Prince Harry will miss out on being named godfather (again) to Princess Charlotte
Published 04/07/2015 | 11:33
Prince Harry will miss out on godparent duties for a second time when Princess Charlotte is christened on Sunday.
The 30-year-old Prince had been one of the favourites to be chosen as a godparent, having missed out on fulfilling the role for his nephew Prince George, but he embarked on a three-month trip to Africa at the end of June in the knowledge that he would not be needed for the ceremony.
As Princess Charlotte’s uncle, he will be so close to her that the Duke and Duchess of Cambridge are understood not to feel the need to honour him with a godparent role.
And he will not be the only member of the younger generation of the Royal family to be disappointed.
Royal sources have hinted that only six godparents will be chosen, rather than the seven that Prince George was given, meaning there is unlikely to be room for more than one close relation.
Princess Beatrice, Princess Eugenie, Peter Phillips and Mike Tindall are all among the contenders to be chosen as godparents by the Duke and Duchess, but almost all of them will miss out, just as they did when Prince George was baptised.
Princess Beatrice, 26, as the older of the two princesses, is the bookies’ favourite to be chosen. She is close to the Duke and often socialises with him and Prince Harry, though the Duke is reportedly not a huge fan of her long-term boyfriend Dave Clark, who would have to be invited to the christening as Beatrice’s partner. Mr Clark was not invited to the Duke and Duchess’s wedding and there is said to be a “clash of personalities” between him and the Duke.
Princess Eugenie, 25, is closer to Prince Harry than Prince William, having introduced Harry to his ex-girlfriend Cressida Bonas, but is almost as likely as her sister to be chosen. She would be the youngest godparent if she was asked to perform the role.
Alternatively, the Duke and Duchess may decide that Peter Phillips, 37, as a man with no royal title who has built a successful career in sports marketing, may be an ideal role model for the Princess, whose childhood the couple want to be as down to earth as possible.
Mike Tindall, 36, who has become a favourite of the Duke since his marriage to Zara Phillips, the only royal godparent to Prince George, is also a strong contender, and the couple’s daughter Mia, who is 18 months old, will no doubt become a playmate of Princess Charlotte as she gets older.
Pippa and James Middleton have been heavily backed to be chosen as godparents, but after neither was chosen for Prince George, it seems unlikely that they will be asked second time around. Like Prince Harry, they will spend so much time with their niece that a godparent role may seem superfluous.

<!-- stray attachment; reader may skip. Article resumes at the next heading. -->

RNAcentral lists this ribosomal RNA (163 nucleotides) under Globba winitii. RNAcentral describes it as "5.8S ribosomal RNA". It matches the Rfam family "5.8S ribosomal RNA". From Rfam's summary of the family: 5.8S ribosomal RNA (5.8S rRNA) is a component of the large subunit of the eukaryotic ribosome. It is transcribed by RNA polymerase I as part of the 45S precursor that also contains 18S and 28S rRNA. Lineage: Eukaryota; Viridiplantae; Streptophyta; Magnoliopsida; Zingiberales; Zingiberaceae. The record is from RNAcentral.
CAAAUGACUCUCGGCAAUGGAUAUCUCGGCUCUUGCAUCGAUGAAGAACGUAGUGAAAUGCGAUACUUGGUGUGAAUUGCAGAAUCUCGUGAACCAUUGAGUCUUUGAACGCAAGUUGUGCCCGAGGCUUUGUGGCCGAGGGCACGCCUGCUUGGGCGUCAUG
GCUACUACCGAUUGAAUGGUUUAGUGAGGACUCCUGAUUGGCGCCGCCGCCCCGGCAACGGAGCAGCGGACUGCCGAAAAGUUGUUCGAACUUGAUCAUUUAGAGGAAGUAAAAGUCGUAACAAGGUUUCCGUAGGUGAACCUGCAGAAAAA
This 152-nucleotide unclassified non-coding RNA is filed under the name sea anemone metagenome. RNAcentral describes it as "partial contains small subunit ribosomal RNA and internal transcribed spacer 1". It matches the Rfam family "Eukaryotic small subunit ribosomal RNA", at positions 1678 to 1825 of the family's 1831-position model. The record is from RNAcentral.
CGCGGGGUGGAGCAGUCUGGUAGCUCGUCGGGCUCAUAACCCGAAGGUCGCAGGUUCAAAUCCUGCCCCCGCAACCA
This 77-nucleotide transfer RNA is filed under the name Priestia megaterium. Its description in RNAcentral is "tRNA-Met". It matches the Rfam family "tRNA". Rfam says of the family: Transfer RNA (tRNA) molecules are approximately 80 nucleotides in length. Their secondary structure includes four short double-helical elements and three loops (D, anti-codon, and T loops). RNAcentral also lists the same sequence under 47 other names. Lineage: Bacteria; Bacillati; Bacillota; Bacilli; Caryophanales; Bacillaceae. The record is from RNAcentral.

Among the friends of the Duke and Duchess who may have had the call, Hugh van Cutsem, whose brother William is godfather to Prince George, is the hot favourite. He and his family are lifelong friends of the Duke and of the Prince of Wales and once lived at Anmer Hall, the Duke and Duchess’s Norfolk home. Thomas van Straubenzee, a friend of the Duke since they attended the same prep school, will also have been on the shortlist.
Laura Lopes, daughter of the Duchess of Cornwall, is another strong contender, together with the Duke of Westminster’s children Earl Grosvenor, Lady Edwina, Lady Tamara and Lady Viola.
Alicia Fox-Pitt, the Duchess’s best friend from her school days at Marlborough, will be disappointed if she is not chosen, as will Tiggy Pettifer, the Duke’s former nanny.
The couple could also turn to their loyal staff for pastoral support for their daughter. The Duke’s mentor and Principal Private Secretary Jamie Lowther-Pinkerton is godfather to Prince George, and the couple could reward the Duke’s trusted Private Secretary Miguel Head or the Duchess’s Private Secretary Rebecca Deacon with a godparent role.
Choosing Mr Head, who was among the first gay men to get married following the change in the law last year, would be a refreshingly forward-thinking move.
The christening will take place at 4.30pm at the church of St Mary Magdalene, Sandringham, with fewer than 30 people present.
Joining the Duke and Duchess and their two children will be the Queen, the Duke of Edinburgh, the Prince of Wales, Duchess of Cornwall, the Middleton family and the godparents and their partners.
The service will be conducted by the Archbishop of Canterbury, the Most Reverend Justin Welby, supported by the Rev Canon Jonathan Riviere, rector of the Sandringham group of parishes.
Several thousand members of the public are expected to take up the Duke and Duchess’s invitation to share in the day by standing in a paddock outside the churchyard in the same spot that the public stand when the Royal family attend the Christmas Day service at the same church.
They will have the opportunity to see the Duke, Duchess, Prince George and Princess Charlotte together in public for the first time.
After the half-hour service the guests will retire to Sandringham for afternoon tea hosted by the Queen and for the official christening photographs, taken by Mario Testino.